We took Friday off work and went backpacking along the north rim of Yosemite Valley. This was one of the trips that we’d planned back in January. While climbing up from the trailhead at Big Oak Flat Road, I realized that this summer marks 25 years backpacking. It’s a hobby that’s here to stay.
We did the drive Thursday night and had an extended dinner at Priest Station. Camp at Crane Flat is remembered because a thunderstorm had clearly unleashed a torrent not long before we arrived.
After permit pickup at the wilderness office in the valley, and the rigamarole of coffee, bathroom, parking, packing and shuttle, we hitch hiked very easily with a brother and sister. He was heading to work outdoor education in Marin.
We split our hike into three perfectly even days. Night one on El Capitan. Night two on North Dome. Backpacking the north rim is all about the iconic, epic, views of the cliffs of Yosemite.
The trip felt marked by Half Dome. We were always walking closer to it. I also felt a strong sense that Yosemite was a bit smaller than I’d thought it to be. I could see a good bit of the park. Places I’d been. And they didn’t look far away.
At both campsites, I felt encroached upon by foreign tourists. An Italian and a German choosing to camp forty feet away the first night. A troop of Chinese photographers that night hiked in and set up tripods the same distance from my sleep spot the second night. Sure, these are famous places. But there was plenty of space and they were needlessly close. American wilderness ethics, and LNT, are not widely engrained.
We saw a bear. A small, light colored yearling running away. We summited Eagle Peak and I detoured to Yosemite Falls. Between the famous locales, the trail was mostly quiet. For being the north rim traverse of Yosemite’s famous valley, it seemed like it was a hike that’s somewhat rarely done.
The stream before North Dome wasn’t running and since we were dry camping, I walked back twenty minutes to gather two gallons from the creek before it.
After the big descent down the rim along Snow Creek, we lunched at Curry Village and swam in the Merced. All in all, a wonderful trip.
Storms were hitting the Sierra Nevada but farther north was dry so that’s where we headed for Memorial Day weekend.
I’ve taken to watching hashtags of place names for conditions reports. Before the weekend, two people had posted recent photos of the high country. After the weekend, dozens and dozens of photos went up. Summer has started.
As it tends to happen, we had a great time in the mountains. I’m more relaxed and all ready to go back. This felt like a good kick off to another hiking season.
The trailhead at Big Flat is a long way out. Nearly three hours from Redding. Once we left Highway 3, it was a solid hour down Coffee Creek Road, more than half of that on dirt.
The Caribou Lakes are popular. We shared the basin with probably 15 other groups. Lindsey and I made camp high up and away from most of them and had a great view. We stayed two nights. Sunday sent us exploring and finally up the pretty steep snow to Sawtooth Ridge. We’d considered dropping down and looping around to Big Flat but opted-out. The view down the Stuart Fork and across to the mountains all around was fantastic.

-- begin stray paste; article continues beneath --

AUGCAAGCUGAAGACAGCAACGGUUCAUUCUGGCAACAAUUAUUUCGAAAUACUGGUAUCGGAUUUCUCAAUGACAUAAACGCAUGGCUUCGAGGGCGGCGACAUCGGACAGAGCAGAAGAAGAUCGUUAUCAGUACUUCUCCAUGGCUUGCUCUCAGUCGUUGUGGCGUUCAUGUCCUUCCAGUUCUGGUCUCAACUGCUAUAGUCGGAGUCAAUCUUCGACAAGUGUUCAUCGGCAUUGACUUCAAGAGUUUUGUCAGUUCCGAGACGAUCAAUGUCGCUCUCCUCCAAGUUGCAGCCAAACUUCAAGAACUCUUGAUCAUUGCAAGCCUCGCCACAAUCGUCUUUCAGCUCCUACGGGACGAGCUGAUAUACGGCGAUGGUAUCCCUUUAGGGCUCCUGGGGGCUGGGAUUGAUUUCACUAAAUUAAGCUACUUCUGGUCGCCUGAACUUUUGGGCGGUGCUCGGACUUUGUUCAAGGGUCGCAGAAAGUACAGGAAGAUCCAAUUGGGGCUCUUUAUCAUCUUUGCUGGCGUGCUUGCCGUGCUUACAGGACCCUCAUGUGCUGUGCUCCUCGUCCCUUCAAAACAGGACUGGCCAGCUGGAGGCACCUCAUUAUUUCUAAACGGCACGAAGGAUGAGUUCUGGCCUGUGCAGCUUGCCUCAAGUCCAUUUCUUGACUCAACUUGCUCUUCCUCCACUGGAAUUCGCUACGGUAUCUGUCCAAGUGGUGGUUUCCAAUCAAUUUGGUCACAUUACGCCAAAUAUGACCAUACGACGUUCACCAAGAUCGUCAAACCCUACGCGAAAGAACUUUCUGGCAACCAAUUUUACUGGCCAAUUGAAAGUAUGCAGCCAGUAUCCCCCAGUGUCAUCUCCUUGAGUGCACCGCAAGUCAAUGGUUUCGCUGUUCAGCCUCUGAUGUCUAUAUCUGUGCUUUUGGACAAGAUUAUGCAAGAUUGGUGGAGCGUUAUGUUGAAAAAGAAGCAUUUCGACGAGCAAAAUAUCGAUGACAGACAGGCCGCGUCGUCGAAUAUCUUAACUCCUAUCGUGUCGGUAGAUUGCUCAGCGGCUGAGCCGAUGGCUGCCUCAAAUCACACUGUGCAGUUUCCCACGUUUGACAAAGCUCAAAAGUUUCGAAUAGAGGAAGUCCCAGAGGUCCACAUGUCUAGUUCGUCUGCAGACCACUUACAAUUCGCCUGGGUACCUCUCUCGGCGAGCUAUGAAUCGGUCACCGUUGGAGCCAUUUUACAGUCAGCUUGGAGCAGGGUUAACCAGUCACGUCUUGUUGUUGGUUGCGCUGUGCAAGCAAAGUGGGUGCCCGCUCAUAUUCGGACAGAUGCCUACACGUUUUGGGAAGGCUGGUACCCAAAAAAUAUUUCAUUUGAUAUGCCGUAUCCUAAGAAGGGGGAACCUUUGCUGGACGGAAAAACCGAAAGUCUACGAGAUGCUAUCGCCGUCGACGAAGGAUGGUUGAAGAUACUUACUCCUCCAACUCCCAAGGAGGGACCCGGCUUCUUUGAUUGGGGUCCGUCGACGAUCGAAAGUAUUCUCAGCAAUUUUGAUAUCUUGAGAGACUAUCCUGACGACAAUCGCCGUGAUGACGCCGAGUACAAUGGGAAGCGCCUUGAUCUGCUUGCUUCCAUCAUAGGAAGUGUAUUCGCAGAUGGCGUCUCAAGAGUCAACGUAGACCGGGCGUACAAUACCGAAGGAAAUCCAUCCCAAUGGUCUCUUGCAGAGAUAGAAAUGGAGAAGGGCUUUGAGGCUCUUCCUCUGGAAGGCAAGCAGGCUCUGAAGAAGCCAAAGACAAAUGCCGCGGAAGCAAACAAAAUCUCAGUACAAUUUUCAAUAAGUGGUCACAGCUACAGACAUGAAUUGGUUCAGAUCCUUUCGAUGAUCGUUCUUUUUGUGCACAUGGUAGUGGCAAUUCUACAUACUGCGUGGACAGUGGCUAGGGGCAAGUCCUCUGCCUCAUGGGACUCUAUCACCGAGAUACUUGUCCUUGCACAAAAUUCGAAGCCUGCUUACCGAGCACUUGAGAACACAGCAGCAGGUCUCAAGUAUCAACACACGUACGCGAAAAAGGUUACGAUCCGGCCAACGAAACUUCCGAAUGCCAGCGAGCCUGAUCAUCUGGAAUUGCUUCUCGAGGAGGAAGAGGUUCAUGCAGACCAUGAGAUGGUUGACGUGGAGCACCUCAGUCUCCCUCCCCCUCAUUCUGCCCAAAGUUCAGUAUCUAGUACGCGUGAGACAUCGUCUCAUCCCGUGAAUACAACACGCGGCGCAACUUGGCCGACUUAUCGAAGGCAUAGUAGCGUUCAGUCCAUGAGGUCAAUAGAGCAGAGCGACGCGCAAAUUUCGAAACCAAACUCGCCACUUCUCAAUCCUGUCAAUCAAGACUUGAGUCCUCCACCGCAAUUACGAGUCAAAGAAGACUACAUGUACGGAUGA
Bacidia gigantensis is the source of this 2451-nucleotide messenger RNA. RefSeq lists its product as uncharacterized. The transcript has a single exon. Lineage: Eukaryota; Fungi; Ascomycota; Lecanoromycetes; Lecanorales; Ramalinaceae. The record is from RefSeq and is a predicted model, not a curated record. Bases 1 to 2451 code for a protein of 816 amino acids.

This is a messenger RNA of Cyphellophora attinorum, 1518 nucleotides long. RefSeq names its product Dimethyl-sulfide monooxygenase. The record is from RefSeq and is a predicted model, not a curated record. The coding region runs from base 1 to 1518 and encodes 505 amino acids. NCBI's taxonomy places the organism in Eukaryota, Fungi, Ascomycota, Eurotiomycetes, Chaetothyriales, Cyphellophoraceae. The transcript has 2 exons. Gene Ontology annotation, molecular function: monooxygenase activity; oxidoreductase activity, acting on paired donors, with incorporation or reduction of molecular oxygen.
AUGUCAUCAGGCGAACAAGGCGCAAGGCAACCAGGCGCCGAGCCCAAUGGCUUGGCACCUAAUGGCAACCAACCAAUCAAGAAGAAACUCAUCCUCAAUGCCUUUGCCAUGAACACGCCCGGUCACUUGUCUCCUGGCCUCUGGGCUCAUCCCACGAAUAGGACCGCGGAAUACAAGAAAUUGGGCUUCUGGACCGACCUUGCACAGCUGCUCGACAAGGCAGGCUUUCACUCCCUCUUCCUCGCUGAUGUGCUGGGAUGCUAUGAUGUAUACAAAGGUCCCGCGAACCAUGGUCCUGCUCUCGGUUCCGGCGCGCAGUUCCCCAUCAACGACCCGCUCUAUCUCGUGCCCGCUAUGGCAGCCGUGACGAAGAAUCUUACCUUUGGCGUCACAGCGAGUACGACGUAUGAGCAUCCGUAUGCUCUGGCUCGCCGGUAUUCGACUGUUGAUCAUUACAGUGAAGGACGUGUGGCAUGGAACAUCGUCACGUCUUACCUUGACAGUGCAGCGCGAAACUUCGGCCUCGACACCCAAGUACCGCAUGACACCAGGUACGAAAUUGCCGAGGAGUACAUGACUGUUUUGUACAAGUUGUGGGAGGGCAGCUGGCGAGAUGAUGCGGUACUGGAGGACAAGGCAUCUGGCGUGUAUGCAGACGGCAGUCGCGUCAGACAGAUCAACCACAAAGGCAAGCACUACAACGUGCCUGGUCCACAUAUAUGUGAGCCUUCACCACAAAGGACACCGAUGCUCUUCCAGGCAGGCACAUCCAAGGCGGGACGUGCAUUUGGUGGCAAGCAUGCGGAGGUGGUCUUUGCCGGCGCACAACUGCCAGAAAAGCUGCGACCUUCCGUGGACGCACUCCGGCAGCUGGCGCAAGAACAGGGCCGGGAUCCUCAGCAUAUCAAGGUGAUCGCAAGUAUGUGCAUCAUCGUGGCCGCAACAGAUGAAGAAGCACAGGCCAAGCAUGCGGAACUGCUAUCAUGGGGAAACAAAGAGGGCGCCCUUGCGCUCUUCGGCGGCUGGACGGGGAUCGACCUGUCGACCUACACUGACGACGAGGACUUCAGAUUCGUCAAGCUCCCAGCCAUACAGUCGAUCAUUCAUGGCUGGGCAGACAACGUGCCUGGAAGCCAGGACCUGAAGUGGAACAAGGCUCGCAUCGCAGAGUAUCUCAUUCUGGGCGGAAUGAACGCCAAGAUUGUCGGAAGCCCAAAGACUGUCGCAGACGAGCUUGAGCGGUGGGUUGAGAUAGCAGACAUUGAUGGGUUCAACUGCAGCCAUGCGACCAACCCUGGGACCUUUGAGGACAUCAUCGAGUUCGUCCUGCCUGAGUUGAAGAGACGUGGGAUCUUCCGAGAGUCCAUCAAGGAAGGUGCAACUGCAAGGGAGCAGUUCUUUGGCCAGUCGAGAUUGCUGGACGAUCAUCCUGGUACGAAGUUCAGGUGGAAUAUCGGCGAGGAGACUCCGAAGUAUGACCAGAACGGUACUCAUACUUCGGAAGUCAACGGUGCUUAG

Other things? We read issues of the New Yorker. Ate dinner late. Nipped some bourbon. Talked about all of the campers below.
The Trinity Alps have a fantastic conditions report that’s stewarded by the Wilderness lead. You can see it on the Shasta-Trinity National Forest homepage. It talked about the severely limited trail maintenance dollars in the area. I did a bit to help the situation on my way out by clearing hundreds of sticks and stones, a few trees and fixing drainage issues. It made for a fun day. We also split off the main route and hiked the Caribou Gulch trail down. As expected, it needed even more repair but was still very passable and a nice way to go.
A big crew of us left after work for a Friday night sub-24 hour backpacking trip. I’ve been wanting a trip like this for a long time.
We hiked the five miles in the dark – no headlamps. Had a camp fire. Whiskey. Stayed up late. Crawled into bed under huge oak trees.
Saturday, most of us packed up and headed out early. A few stayed – and reported river otters.
I didn’t take any photos. I hardly brought gear. Bag, pad, two burritos and not much else.
It was a great time with good friends.
I saw WILD, the movie, as part of a pre-release screening last Friday. I loved it.
Already in SF, I headed over to Dani’s house to ride with him up to Lake Tahoe. We made it before I fell asleep.
Saturday, we met Kyle and Simone at Meeks Bay, left a car and drove to Echo Lake. We’d walk the thirty some-odd miles between the two over the next day and a half.
We slept at Fontanillis Lake, up high in the rocks, after a long day of walking.
The cabins on Echo Lake really are special. Those that own them are incredibly fortunate. Lake Aloha on the other hand was at its most depressing. Come fall, it’s always low, showing bathtub ring lines, stained rock and dirt. I’m not sure if it was especially dried up because of the drought, or if it’s sorry state was nothing unusual.
I’d only ever crossed Dicks Pass on my PCT hike. That day it was one of the scariest ice sheets of my hike. This weekend there was just a dusting of snow from a recent October storm. Still, I was surprised at how steep the north side of the pass was. I imagine that it’s always a challenge when it’s covered in snow.
We left the PCT just south of Middle Velma Lake. We’d thought of going all the way to Barker Pass (or crazily, to Donner Pass) but a shorter trip was still more than plenty walking. Leaving via Phipps Pass was a perfect choice. The views, especially south of Phipps Peak looking back toward where we came from, were great. It really gave me the feeling of having walked across all of Desolation even though we technically didn’t.